by Ade McCormack

The CIO is a Triathlete

Aug 22, 20125 mins
CareersIT Leadership

Watching the world’s best compete at the Olympics is enthralling. Sharing the joy of the winners and witnessing the excoriating self-flagellation of the losers takes us to both ends of the emotional spectrum.

There is certainly a theme in respect of the gold medallists. They use terms like preparation, game-plan and execution.

The Olympics is another day at the office for them. They have prepared for all eventualities. They have a clear sense of what has to be done.

And on the day they simply do what has to be done with a view on mistake minimisation.

Perhaps CIOs can learn from this approach. I do meet CIOs who despite the complexities of the organisation they serve appear to be on top of their responsibilities. But there are others where each day is an exercise in survival.

There is no time to plan beyond the present, despite the admonitions from people like me to gravitate away from technology management and become more relevant to the business.

Easy to say when you are not presiding over a forest fire-like event in the data centre.

I had the good fortune to watch the men’s triathlon. It occurred to me that CIOs could operate as triathletes, that is there are three key elements to your game and these are conducted sequentially.

There are also clear transition phases between the disciplines which have to be handled carefully.

So what are the three disciplines?

Firstly this triathlon is focused on moving CIOs and their unit from being perceived as a cost to be managed to being a source of value creation. Secondly the need to raise the trust levels between the IT function and the users is a key element to this journey.

Thus the key disciplines are as follows:

Event 1: Cost reduction It is a given that we need to deliver more for less. This isn’t as a result of an economic blip this is the new normal. It is galling to endure stern lectures from the other CxOs in respect of managing our spend.

Any attempt to fight this usually ends with a lot more free time on one’s hands.

Often because this is imposed on the IT function, the tendency is to become highly reactive to the needs of the business.

The last thing we want to do is stimulate more demand when we are struggling to keep the plates spinning as it is.

This discipline recognises that we must focus on cost management as a priority. Many CIOs do not put their heart into this because ultimately it shrinks their empire, which is often judged by staff head count or data centre acreage.

It would appear that these CIOs believe that it is smarter from a career perspective to build their empire even though it generates disdain in the community that pays their salary.

Forward-thinking CIOs have embraced the Cloud. Being able to parcel off large chunks of technology management to third parties enables them to focus on more value adding activities.

So a quick strategy for embracing the Cloud:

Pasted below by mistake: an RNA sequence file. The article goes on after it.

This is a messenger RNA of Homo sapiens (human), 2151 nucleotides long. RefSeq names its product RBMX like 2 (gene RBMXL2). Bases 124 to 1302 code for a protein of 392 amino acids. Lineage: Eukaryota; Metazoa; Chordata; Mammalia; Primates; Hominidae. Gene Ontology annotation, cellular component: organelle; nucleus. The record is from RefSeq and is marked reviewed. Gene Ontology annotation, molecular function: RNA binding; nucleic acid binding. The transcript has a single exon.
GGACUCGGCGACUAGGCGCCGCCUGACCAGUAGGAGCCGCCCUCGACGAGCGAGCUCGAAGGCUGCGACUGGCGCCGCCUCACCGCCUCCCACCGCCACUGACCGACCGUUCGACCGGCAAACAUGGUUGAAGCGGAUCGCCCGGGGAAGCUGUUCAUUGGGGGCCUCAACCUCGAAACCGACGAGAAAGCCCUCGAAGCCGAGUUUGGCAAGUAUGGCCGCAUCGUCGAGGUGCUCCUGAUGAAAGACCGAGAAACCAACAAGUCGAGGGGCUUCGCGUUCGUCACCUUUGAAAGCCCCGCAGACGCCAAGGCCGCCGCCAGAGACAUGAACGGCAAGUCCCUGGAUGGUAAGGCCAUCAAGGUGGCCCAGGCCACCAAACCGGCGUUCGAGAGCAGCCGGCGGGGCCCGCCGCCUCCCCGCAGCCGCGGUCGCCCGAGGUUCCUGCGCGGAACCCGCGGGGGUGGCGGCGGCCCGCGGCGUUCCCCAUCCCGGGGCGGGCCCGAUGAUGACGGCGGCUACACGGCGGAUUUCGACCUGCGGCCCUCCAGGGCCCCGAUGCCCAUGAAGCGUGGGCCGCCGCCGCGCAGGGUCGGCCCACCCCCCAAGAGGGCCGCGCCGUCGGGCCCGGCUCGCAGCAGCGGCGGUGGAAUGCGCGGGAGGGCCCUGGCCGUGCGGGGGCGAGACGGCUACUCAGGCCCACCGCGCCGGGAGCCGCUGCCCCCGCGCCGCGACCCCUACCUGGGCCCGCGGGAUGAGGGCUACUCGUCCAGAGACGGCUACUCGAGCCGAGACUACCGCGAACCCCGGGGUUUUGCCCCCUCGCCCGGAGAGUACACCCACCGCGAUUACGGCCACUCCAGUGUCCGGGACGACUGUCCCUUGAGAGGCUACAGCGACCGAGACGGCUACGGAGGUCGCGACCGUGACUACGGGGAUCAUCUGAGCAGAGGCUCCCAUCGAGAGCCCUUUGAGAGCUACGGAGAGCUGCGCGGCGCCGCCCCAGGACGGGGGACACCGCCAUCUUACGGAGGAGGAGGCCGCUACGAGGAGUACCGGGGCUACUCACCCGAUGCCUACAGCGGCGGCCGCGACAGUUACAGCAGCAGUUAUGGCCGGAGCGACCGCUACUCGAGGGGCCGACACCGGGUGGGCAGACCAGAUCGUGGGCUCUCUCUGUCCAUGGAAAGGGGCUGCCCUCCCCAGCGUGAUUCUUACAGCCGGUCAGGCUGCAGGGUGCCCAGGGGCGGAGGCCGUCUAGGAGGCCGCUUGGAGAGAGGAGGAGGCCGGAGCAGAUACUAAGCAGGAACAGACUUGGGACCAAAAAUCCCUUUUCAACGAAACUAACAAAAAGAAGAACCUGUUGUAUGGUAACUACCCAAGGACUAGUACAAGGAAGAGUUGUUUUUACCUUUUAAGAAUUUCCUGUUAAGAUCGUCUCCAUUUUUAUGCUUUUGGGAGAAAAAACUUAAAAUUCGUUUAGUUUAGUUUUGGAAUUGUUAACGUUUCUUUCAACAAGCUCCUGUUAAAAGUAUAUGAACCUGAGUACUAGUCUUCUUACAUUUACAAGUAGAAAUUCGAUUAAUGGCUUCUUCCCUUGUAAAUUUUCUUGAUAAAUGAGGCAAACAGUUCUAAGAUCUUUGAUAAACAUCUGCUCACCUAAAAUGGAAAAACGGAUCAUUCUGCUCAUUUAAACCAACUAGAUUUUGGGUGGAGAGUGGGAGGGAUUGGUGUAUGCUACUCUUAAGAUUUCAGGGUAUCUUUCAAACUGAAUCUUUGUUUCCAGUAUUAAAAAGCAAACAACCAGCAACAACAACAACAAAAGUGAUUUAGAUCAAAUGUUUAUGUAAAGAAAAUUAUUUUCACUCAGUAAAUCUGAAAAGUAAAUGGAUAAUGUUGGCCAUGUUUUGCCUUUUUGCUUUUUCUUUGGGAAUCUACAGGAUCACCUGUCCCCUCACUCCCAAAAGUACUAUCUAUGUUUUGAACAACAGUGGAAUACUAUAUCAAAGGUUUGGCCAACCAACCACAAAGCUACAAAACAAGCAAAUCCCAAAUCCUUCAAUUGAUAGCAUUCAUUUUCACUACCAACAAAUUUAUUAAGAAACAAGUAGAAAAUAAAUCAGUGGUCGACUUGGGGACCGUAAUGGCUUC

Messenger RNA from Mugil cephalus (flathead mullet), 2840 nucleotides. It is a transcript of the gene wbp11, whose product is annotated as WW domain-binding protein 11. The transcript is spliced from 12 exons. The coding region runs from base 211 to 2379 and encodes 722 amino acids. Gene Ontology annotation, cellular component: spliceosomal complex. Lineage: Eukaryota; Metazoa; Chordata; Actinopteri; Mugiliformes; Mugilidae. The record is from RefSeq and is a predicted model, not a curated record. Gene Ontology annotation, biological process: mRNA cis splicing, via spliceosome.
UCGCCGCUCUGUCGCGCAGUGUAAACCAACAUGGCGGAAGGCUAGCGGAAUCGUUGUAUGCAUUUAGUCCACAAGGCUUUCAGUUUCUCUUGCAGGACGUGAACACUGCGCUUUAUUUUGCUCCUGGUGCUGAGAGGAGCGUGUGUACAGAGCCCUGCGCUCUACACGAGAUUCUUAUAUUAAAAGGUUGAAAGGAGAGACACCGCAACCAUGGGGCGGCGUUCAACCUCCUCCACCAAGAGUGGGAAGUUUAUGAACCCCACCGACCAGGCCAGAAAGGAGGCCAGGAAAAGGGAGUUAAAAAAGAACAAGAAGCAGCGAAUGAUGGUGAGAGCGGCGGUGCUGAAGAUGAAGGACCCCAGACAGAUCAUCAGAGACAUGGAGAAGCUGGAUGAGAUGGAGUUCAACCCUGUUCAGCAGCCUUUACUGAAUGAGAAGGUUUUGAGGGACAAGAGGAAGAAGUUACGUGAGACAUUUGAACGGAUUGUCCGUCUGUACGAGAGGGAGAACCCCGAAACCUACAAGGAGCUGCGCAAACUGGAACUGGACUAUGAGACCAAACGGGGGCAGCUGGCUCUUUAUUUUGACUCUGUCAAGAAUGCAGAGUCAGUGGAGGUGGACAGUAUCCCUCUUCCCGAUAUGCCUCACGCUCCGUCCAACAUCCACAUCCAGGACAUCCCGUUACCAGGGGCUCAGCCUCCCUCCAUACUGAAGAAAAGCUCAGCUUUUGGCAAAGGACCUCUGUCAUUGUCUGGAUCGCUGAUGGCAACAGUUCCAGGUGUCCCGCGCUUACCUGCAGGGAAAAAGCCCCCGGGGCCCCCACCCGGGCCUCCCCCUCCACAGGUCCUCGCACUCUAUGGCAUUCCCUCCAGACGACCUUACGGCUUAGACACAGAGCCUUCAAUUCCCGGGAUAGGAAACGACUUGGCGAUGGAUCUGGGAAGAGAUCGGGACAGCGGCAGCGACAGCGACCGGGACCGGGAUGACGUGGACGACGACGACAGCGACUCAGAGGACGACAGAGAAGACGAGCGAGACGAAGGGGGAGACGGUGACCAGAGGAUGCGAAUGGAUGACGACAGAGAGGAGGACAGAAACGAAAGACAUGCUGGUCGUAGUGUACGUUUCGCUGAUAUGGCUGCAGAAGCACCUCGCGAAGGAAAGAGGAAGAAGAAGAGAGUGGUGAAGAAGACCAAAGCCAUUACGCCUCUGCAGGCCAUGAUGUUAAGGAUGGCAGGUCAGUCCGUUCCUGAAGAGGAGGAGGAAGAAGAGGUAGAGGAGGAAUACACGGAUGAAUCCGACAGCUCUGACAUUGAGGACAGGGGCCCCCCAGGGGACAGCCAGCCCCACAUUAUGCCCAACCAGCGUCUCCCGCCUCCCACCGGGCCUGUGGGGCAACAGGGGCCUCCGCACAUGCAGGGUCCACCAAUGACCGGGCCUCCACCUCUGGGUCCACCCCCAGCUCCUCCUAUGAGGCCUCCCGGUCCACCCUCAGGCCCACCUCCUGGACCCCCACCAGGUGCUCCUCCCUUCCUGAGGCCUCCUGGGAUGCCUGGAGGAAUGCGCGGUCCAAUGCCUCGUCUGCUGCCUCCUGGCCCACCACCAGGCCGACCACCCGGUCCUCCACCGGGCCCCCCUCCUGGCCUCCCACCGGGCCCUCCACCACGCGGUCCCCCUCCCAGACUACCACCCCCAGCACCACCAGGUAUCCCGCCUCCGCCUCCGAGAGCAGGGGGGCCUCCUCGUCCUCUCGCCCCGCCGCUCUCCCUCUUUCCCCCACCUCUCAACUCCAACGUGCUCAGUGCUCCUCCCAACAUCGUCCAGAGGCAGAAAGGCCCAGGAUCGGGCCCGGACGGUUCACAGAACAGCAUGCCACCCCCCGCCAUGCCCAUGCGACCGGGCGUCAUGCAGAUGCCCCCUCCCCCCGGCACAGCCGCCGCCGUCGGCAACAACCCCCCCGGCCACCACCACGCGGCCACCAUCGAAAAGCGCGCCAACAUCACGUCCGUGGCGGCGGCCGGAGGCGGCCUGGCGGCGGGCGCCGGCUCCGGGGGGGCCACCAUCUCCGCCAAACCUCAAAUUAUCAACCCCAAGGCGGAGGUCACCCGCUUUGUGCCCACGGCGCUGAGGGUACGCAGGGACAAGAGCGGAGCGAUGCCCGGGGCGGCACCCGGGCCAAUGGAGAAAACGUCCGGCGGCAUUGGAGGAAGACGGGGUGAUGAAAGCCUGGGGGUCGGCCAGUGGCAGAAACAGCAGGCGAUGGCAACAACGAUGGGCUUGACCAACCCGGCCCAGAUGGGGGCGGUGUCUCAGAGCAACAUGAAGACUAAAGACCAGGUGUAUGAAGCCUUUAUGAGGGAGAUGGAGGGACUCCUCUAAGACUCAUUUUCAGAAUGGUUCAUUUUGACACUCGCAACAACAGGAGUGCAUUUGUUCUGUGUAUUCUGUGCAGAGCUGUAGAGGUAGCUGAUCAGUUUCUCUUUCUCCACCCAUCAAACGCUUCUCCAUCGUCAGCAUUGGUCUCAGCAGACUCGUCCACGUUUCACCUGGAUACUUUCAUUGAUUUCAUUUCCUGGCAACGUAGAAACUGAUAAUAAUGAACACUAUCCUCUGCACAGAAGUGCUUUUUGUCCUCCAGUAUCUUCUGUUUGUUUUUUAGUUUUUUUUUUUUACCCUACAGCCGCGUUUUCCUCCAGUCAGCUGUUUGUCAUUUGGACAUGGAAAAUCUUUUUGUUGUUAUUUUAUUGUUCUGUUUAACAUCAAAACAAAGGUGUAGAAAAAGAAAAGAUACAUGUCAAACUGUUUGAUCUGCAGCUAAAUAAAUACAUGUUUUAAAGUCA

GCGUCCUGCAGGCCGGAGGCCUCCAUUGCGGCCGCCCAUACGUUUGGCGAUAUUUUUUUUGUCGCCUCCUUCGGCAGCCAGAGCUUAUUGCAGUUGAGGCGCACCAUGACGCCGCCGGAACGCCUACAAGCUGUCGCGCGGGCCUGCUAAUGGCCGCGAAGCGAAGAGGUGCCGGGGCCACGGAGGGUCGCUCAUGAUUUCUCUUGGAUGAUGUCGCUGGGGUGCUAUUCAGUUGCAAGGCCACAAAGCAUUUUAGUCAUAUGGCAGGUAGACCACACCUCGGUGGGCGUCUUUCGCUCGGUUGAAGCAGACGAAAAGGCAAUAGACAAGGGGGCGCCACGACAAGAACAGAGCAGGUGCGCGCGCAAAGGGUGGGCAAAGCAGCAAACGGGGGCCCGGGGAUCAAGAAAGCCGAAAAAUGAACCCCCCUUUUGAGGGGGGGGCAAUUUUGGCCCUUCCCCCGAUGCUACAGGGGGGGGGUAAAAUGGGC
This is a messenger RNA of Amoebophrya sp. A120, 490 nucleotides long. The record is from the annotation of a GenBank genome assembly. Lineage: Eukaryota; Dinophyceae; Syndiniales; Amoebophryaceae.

– All newly acquired applications going forward (from third parties or built in-house) to be Cloud-centric. – Identify existing applications that could be ported to the Cloud and start the process. – Identify all applications that do not lend themselves to the Cloud and either manage in-house or if it makes sense economically give them to a third party to manage.

Decommission your servers in line with progress. Where possible provide the associated staff with a career direction that is more service oriented and value-adding (from a business perspective).

Put this cost management initiate in a business wrapper, by stating that this exercise is taking place to create the high performance workplace of the future, or such like.

Thus your cost management starts to be seen in value-adding terms.

Your job is done in this discipline when the stern lectures stop.

Event 2: Service enhancement Now that we are running an efficient factory, we need to win the trust of the users. This is difficult to do when we hide behind service desks and ticket numbers. So there are two strategic moves here:

– Get personal. Dismantle the service desk barricades and relocate your service staff such that they sit with the users.  – Get out of the way. Empower the users with collaborative self-service technologies.

When your staff refer to users by name and not ticket number you are ready to move to the next discipline.

Event 3: Value creation Up until now it is likely that the service you deliver is both reactive and somewhat transactional. Now it is time to become proactive.

Demand stimulation or provocation selling are the focus here. The users don’t perceive they have a problem or can execute a process more effectively.

That is until you introduce innovative ways in which technology can be used to raise their game.

The focus now is more information than IT focused. Business intelligence, big data, predictive analytics are some of the key skills your people will need.

But now that you have a reputation for being trust worthy and cost sensitive they are more likely to believe your budgetary requests to implement these sexy new business enhancing initiatives.

Once the users buy the idea that the IT function is primarily a business innovation centre. This phase of the triathlon is over.

And having successfully completed the triathlon it is then time for you to move on and seek your next event, which of course will be at a different organisation.

No doubt organisations will seek out world class triathletes, so once you have a track record invitations to the ‘prestigious events’ will no doubt follow.

Ade McCormack is a Financial Times columnist, speaker and adviser on the digital economy (